16. ” “It’s for your own protection.” How many times does this line get rolled out when a customer is being given the run-around or fucked over by a company?”
    Brings to mind a conversation with a branch manager of my UK bank over them blocking transactions.
    Verbatim:
    “Look asshole, I regard security as being to ensure I get access to my money when I need it. As far as I’m concerned there’s not the slightest difference between you denying me my money & a thief denying me my money. It’s my money & I want it. Stop stealing my money or I’ll take it somewhere more secure”:

  17. The fingerprint sensor is autonomous and decides by itself whether the presented fingerprint matches that previously configured, and sends a cryptographically-secure “yes” or “no” to the motherboard.

    I understand this is why you need to tap in your code after restarting.

  18. @TimN
    “Seriously, is there anyone dumb enough to think the fingerprint ID or passcode is there to prevent anyone other than a casual snooper, wife, or child gaining access? ”
    Yup. Anyone bought an iPhone, at a guess.

  19. @TimN
    That was really verbatim.
    I got the “I don’t have to listen to abuse”, line. And replied “Then stop stealing my money or you’ll find out what happens when i get annoyed.”

  20. @Surreptitious Evil and @Chris Miller: agreed. I’m just thinking of the way in which a company is liable to think, eg that software upgrades are a lot easier than hardware upgrades. If Apple suddenly require a higher level of compliance than previously, they can release an iOS upgrade only. I

  21. The reported material says that the fingerprint sensor is disabled if it looks as though it’s been played with.

    The phone continues to work fine; it makes calls, sends happy txt messages, browses the internet for pictures of Beyonce etc etc etc – it’s just that you have to validate that it’s you by typing in your burdensome 4-digit passcode. The damn thing isn’t even remotely ‘bricked’.

  22. Bloke in Costa Rica

    Tim N: you use the Touch ID so that you don’t have a four digit passcode. Instead you have a much longer code (e.g. 18 characters like mine) which you only have to reintroduce every few days or so. Touch ID is a wonderful thing and it makes me sad on their behalf to see people using Android peasant phones without it. It’s certainly the case that Apple should not have introduced this policy change unannounced, but the basic idea is good.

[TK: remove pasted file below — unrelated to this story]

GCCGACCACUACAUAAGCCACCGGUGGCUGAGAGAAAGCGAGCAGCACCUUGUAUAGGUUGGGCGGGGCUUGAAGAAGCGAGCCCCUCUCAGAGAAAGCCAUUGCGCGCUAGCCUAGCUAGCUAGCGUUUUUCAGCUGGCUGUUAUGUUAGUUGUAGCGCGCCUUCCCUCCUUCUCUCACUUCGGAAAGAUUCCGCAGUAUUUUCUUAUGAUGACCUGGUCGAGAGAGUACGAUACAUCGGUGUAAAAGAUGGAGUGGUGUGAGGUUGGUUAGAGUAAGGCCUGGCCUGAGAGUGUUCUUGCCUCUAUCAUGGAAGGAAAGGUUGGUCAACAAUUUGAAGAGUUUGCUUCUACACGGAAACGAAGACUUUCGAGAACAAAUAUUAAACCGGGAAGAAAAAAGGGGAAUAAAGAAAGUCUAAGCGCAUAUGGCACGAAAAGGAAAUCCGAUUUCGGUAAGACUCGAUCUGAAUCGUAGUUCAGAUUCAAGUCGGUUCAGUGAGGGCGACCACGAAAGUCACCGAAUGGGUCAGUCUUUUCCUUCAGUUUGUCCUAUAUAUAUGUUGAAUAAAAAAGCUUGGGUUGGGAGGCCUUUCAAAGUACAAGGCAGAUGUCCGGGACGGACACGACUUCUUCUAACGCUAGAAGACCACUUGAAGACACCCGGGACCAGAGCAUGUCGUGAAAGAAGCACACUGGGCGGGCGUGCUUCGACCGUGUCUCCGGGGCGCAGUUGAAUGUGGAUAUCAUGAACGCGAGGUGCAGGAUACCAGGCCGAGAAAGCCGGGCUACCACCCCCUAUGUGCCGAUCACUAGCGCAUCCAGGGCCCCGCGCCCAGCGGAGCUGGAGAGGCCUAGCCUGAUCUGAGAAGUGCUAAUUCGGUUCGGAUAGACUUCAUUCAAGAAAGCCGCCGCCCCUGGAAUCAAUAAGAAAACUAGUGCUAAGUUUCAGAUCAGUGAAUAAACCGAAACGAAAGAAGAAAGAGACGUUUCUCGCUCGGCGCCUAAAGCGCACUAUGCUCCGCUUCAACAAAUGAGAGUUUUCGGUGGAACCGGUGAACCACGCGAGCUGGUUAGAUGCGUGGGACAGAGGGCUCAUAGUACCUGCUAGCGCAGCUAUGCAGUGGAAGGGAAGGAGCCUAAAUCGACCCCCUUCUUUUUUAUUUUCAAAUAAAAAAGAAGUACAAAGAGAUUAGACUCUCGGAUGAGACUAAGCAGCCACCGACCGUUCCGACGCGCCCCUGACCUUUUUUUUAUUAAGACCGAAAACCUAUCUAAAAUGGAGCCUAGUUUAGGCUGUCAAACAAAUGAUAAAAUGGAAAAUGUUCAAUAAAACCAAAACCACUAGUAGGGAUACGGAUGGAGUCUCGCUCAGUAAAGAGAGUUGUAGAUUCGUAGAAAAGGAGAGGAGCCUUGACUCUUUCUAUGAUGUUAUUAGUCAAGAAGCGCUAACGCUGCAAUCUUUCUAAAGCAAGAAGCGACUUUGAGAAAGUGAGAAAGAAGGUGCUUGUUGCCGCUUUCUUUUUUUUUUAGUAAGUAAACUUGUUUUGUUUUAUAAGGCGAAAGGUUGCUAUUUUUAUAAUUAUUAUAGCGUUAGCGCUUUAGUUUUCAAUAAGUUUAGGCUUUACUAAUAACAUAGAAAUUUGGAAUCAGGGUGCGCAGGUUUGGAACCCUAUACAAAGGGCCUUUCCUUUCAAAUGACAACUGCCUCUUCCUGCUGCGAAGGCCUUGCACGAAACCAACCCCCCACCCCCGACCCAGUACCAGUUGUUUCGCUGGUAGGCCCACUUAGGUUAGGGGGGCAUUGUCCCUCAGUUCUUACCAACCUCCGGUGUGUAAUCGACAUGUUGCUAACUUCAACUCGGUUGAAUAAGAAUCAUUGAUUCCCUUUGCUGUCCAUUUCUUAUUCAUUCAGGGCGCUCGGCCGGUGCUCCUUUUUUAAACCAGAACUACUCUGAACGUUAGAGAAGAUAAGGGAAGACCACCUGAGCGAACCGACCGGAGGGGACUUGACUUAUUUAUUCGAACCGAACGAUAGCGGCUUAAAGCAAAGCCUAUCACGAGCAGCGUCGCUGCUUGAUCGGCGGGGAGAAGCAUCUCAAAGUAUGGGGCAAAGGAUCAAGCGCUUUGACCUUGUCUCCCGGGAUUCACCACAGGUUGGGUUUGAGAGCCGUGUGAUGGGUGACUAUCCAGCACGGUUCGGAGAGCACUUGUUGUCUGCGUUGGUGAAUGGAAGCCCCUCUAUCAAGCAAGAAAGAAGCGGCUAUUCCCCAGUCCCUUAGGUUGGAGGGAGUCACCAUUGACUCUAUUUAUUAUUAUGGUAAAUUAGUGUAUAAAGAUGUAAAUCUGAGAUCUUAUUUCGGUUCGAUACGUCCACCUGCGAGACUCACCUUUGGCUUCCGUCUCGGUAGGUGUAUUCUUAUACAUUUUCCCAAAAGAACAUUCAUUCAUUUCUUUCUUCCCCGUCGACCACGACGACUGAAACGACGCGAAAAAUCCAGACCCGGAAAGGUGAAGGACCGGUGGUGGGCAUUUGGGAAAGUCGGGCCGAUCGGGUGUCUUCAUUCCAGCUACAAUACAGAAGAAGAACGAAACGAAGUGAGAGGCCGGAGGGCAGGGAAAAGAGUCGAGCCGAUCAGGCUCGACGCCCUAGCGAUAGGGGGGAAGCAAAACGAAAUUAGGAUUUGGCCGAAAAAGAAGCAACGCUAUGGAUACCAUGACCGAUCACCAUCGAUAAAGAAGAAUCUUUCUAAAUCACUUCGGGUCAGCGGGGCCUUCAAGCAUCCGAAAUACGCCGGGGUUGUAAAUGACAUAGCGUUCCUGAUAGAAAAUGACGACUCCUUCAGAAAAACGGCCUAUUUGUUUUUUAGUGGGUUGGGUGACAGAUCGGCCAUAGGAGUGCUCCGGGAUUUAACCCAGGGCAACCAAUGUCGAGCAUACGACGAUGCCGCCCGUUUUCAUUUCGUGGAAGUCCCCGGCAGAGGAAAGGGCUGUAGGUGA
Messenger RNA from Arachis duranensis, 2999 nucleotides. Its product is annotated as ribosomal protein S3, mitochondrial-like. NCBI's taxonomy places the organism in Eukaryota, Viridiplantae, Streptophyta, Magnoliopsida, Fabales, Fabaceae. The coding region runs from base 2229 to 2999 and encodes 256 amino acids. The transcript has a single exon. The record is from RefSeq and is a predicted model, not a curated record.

23. Alex B:

    ” If just anyone was allowed to link a new fingerprint sensor to the motherboard, then they could link a device that always said “yes” and the security would be defeated.”

    Well, sure. But it’s my bloody phone. Why shouldn’t I be able to replace the fingerprint sensor with an “always yes” box, or a cock-print sensor, or any other kind of device I choose. What business is it of Apple’s?

  24. But it’s my bloody phone. Why shouldn’t I be able to replace the fingerprint sensor with an “always yes” box, or a cock-print sensor, or any other kind of device I choose. What business is it of Apple’s

    Because of Apple Pay and the Payment Cards Industry Security Standards Council. The later being the fault of the USian tendency to pepper pot lawsuits about at the slightest provocation.

  25. I’m just thinking of the way in which a company is liable to think, eg that software upgrades are a lot easier than hardware upgrades. If Apple suddenly require a higher level of compliance than previously, they can release an iOS upgrade only

    It is very very hard to move up the FIPS 140-2 stack without hardware changes. You can just about manage Level 1 to Level 2 but even that requires significant kernel changes (and can’t be done on a single user device like current iPhones.)

  26. Hmmm.

    Well, since my iPhone has my debit and credit card details on it, fast sign-ins to the iTunes, App, and iBooks Stores, as well as stored logins to Amazon, Dropbox, etc., I’m with Apple on this one.

    But then again, because my phone has all of this access to highly sensitive and secure financial data, I wouldn’t be stupid enough to get it repaired by anyone other than an authorised Apple Retailer (or, preferably, Apple themselves).

    I’m sure that nice Mr Ahmed down at the “we can unlock any-phone!” place is a nice chap—but he does claim to be able to unlock any phone and so I am going to treat his offer of a cheap repair with a certain amount of scepticism.

    DK

  27. Bloke in Costa Rica

    That’s how Apple Pay works, Peter. It’s the way all NFC payment systems work. It could hardly be otherwise, could it?